Ask-A-Linguist Message Details
When infants begin babbling, the first sounds after vowels are usually
the stops. First of those are the labials. Because they are very
productive in world languages, [b], [p], and [d] are usually the first. In
Greek, [b] and [d] are infrequent phones. In fact, there are no letters
for these phones; instead, combinations are made: μπ for [b] and ντ
for [d]. Does this mean, then, that Greek babies, when they begin
babbling, do not begin with the sounds [b] and [d]? And if they do, is
that just further proof that much of language acquisition is innate and
there is some sort of Universal Grammar?
See Dr Cruz-Ferreira's response about child language acquisition.
To her response I would add that the spelling is not as significant as it first appears. I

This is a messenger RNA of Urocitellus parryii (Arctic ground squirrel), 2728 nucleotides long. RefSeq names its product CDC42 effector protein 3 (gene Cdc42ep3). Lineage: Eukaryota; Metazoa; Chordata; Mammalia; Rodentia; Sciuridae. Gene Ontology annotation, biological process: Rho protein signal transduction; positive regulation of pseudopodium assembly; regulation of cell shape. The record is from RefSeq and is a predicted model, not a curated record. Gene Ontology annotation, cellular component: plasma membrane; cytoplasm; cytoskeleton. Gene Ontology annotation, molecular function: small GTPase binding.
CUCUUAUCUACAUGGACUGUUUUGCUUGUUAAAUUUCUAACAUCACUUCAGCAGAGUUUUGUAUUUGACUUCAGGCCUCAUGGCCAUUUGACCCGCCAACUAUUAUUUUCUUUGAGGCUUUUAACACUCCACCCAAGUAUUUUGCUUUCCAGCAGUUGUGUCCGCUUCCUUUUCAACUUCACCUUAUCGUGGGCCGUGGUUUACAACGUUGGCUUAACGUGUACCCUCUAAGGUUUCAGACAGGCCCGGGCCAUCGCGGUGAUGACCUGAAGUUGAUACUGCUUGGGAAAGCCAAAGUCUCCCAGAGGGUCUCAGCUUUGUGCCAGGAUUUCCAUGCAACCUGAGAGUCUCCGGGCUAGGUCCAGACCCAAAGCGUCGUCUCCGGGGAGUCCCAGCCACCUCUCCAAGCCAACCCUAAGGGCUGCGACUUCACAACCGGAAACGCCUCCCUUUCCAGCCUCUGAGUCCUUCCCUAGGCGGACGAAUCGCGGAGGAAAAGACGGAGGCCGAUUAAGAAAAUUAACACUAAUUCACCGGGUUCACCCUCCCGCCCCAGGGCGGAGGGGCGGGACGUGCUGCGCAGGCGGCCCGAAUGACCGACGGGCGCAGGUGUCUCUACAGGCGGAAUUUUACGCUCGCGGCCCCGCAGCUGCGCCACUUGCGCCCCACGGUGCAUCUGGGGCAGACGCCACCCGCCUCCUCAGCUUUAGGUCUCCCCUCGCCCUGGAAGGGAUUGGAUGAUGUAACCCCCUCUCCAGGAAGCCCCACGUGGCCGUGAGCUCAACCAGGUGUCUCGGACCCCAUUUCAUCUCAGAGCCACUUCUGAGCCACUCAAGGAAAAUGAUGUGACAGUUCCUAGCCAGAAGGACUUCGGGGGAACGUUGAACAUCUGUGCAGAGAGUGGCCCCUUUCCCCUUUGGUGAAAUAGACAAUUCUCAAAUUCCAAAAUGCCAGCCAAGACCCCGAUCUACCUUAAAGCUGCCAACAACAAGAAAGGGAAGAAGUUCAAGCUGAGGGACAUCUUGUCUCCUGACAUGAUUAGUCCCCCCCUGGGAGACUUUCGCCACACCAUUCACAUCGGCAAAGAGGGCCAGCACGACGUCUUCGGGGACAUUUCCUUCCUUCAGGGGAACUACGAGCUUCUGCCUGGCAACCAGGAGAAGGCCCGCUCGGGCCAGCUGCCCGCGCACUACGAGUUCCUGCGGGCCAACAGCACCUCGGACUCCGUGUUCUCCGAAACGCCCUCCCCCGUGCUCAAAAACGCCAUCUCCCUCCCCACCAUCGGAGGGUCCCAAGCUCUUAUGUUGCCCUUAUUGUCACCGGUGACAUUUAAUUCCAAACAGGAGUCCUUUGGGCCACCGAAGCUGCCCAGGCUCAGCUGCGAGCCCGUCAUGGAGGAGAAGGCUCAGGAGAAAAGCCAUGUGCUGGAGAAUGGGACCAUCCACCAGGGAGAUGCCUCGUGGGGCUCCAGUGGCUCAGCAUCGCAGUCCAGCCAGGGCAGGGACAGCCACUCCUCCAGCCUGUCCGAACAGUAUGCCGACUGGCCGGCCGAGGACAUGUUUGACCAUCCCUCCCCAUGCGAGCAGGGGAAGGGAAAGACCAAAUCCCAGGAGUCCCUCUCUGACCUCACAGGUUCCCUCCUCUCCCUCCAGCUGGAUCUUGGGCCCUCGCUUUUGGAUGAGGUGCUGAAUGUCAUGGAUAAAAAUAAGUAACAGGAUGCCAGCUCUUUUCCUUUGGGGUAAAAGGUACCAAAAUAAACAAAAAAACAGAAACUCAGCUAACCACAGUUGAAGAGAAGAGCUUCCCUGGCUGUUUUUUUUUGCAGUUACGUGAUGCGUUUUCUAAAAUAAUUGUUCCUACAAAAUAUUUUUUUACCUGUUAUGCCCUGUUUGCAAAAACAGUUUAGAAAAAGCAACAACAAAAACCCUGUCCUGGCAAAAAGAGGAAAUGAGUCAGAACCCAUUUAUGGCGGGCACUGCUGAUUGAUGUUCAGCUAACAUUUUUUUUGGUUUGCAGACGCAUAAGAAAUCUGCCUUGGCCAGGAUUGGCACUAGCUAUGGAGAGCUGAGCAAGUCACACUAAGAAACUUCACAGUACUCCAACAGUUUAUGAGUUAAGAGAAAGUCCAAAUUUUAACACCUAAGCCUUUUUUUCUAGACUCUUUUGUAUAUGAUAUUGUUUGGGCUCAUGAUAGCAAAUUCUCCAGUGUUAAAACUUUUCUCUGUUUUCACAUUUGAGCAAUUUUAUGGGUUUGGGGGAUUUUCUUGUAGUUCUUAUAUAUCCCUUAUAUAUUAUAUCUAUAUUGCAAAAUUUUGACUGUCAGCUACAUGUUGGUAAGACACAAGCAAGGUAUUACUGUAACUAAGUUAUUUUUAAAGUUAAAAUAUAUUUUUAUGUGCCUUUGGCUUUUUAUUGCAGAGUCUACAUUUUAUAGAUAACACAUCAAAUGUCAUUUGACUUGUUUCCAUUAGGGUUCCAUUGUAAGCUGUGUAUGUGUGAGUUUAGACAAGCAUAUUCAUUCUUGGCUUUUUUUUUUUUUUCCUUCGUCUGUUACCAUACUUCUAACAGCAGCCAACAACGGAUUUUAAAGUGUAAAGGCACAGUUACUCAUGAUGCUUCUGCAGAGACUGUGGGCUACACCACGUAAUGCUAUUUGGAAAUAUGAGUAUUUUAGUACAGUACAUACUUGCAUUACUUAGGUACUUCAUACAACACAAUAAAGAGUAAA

assume from your comment about μπ for [b] and ντ for [d] that you are referring to
This spelling is actually a result of a sound change from Ancient Greek to Modern
Greek. In earlier stages of Greek "μπ" was the cluster [mp] and "ντ" was [nt] That stage
of Greek also did have /b/ which is was spelled as "β" and /d/ which was the letter "δ".
But in Modern Greek β and δ are now [v] and [ð].
In other words, some of the Greek consonants underwent a series of sound shifts, one
of which was [mp,nt] --> [b,d], but the spelling of the letters was not updated to
reflect the new sound changes. This is common in languages with a long written
Note though that BOTH stages of Greek maintain a phoneme for [b,d]. While these
sounds are not the least marked, they are common in many world languages. It's often
the case that if a language loses a relative common sound due to a phonological sound
change, a second sound change may reintroduce the sound.
All of this tends to be consistent with child language acquisition order.
Hope this makes sense.
|Reply From:||Elizabeth J Pyatt click here to access email|